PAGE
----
RocDav RocDav is offline
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Default Thank you

Thank you for all the criticism and all the advice given. I will truly take it to heart and consider everything that has been said. I have heard talk of a BJ team starting up previously at USA, but the word of mouth has not yet reached my ears. I figured someone on here might know the right direction to point.

I have no "**** stories" to supplement my posts with at the moment so I'll leave it at that. :-) I did find that post very amusing. Maybe I'll be back on the forums with some theory advancements and new ways to play in a year or two. Back to reading. :-)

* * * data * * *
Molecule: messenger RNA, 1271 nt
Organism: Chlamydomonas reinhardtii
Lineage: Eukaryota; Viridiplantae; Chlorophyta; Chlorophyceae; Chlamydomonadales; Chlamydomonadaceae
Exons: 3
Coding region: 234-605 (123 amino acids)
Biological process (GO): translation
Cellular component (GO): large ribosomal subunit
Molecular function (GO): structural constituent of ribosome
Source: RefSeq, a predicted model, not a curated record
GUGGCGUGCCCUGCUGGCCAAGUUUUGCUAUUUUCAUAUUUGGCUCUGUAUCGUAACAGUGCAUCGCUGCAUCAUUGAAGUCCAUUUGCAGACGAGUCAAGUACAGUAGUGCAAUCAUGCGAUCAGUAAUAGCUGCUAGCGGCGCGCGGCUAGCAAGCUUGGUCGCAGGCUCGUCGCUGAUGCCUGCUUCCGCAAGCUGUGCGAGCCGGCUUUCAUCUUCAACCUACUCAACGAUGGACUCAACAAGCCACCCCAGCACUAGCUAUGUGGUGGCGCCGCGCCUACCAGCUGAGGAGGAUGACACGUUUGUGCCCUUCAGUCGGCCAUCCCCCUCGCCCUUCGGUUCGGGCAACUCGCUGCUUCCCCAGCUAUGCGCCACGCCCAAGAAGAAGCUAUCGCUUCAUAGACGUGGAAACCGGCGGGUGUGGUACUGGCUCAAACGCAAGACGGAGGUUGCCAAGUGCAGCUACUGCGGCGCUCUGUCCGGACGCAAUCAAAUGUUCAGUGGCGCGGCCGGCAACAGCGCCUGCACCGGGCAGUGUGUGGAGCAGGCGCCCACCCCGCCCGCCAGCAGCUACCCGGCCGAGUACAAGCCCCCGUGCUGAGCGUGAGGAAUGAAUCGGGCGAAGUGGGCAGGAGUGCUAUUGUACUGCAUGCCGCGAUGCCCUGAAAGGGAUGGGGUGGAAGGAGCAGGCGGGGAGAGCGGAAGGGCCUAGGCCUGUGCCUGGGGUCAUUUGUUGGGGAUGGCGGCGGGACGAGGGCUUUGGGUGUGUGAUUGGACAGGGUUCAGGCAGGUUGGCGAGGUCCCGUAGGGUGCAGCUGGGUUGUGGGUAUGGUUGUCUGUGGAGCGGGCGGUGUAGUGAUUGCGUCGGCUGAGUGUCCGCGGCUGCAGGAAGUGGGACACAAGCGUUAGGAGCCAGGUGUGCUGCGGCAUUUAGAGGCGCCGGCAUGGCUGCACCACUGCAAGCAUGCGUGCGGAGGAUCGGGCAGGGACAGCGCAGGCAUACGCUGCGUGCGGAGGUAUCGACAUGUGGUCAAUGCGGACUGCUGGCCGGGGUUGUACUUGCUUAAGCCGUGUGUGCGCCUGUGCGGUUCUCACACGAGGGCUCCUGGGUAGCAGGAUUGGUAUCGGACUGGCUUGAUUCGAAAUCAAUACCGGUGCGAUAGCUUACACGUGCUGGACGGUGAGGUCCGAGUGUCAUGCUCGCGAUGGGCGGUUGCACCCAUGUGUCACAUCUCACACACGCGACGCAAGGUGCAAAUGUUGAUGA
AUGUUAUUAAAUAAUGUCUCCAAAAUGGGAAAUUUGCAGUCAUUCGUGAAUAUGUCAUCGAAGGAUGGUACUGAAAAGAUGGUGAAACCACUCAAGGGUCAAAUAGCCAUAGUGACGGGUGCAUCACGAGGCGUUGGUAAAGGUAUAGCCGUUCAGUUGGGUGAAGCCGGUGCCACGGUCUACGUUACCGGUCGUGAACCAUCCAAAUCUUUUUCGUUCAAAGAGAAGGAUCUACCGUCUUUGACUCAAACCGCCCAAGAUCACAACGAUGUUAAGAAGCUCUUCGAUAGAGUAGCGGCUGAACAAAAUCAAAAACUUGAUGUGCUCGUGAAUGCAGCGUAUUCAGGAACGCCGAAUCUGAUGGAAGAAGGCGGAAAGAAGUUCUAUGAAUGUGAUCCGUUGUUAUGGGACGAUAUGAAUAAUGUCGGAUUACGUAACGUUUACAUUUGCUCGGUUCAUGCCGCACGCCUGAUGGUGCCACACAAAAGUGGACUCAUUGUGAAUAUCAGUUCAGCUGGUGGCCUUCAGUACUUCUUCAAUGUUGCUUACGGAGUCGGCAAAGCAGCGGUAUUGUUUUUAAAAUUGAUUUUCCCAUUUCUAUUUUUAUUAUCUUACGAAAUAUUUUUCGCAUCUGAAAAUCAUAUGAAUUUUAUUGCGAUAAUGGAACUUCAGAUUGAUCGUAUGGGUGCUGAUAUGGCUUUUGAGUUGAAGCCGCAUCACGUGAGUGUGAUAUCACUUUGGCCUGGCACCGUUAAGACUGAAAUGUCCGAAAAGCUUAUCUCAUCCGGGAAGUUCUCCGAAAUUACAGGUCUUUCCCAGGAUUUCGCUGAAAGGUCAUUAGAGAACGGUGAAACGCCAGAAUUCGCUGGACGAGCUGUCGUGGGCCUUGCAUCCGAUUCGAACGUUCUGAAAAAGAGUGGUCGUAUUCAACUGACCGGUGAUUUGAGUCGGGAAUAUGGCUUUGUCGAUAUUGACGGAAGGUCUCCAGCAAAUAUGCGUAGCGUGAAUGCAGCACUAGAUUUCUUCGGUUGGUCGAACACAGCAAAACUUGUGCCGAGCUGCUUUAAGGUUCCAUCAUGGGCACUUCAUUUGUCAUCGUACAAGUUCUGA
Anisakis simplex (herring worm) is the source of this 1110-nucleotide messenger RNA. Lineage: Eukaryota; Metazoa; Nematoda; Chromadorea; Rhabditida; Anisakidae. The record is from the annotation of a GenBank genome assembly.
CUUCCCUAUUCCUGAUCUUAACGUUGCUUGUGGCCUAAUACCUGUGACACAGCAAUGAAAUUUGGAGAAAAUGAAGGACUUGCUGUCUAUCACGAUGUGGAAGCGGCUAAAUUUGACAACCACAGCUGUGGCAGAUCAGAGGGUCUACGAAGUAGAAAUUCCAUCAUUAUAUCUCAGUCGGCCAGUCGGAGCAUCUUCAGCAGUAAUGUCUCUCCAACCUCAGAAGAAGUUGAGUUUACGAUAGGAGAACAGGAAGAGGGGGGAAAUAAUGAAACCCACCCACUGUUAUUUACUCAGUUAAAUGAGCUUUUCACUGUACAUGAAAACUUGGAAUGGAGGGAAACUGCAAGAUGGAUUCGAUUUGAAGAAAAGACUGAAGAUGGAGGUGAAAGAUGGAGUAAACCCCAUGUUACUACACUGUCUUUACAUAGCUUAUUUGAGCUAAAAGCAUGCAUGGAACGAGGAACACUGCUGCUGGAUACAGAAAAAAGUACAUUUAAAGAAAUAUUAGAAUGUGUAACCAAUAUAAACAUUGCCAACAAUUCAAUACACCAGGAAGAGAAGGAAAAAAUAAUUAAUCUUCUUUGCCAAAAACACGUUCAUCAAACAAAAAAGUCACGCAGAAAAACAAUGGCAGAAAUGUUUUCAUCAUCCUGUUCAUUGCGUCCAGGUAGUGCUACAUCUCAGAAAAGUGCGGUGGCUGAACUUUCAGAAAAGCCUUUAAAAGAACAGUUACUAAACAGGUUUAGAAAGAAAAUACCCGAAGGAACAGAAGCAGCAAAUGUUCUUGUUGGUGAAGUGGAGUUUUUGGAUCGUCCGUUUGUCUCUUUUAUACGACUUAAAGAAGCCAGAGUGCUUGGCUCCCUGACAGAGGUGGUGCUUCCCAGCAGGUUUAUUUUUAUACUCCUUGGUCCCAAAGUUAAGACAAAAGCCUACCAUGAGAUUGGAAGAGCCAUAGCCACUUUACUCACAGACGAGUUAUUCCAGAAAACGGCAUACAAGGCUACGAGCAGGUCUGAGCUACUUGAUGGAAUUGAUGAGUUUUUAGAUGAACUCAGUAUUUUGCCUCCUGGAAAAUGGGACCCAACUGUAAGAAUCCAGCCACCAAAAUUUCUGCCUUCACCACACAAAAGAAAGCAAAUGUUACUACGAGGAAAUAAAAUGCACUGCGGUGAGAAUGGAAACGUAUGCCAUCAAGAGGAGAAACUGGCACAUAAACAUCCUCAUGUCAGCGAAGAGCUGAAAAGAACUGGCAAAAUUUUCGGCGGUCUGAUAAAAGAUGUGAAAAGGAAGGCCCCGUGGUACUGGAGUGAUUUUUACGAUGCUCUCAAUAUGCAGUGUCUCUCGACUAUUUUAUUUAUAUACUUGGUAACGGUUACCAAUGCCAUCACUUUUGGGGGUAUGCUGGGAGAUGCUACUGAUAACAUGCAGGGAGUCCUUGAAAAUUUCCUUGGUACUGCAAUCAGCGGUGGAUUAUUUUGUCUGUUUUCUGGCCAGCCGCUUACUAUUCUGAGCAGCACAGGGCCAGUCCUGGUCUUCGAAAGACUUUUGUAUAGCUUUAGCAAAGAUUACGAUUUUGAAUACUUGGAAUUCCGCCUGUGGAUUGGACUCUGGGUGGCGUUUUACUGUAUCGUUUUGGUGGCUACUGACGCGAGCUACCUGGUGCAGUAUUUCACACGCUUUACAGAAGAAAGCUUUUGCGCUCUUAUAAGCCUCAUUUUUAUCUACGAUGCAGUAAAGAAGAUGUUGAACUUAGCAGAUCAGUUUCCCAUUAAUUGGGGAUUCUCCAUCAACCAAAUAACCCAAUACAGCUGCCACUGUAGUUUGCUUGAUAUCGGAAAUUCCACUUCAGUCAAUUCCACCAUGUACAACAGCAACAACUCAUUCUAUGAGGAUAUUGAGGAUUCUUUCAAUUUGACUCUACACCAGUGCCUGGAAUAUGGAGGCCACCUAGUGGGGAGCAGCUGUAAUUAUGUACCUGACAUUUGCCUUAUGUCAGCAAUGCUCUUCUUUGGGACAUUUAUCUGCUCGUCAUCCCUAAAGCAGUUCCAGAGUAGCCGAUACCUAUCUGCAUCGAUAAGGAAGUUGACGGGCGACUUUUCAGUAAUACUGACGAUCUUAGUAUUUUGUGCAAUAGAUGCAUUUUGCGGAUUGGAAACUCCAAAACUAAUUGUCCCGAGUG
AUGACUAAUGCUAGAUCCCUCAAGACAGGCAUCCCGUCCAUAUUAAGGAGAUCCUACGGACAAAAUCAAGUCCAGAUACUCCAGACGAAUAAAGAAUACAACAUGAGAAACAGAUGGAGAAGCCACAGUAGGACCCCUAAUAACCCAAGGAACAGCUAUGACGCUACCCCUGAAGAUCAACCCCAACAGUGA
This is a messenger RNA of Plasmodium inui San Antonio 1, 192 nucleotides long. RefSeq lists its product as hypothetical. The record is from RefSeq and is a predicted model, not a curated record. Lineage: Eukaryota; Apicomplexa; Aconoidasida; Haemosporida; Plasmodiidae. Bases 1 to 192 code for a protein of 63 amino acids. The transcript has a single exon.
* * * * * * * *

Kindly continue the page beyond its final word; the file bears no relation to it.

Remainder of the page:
#30  
Old September 5th, 2011, 06:28 PM
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Midnght Cow Midnght Cow is offline
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If your idea for a BJ is centered on the BP concept, the coast casinos near you have pretty much shut that down. Most DD tables have no mid-deck entry, and most 6D tables have signs for "mid-deck entry $100 maximum bet" on the tables, even if the normal table max is $2500 or so.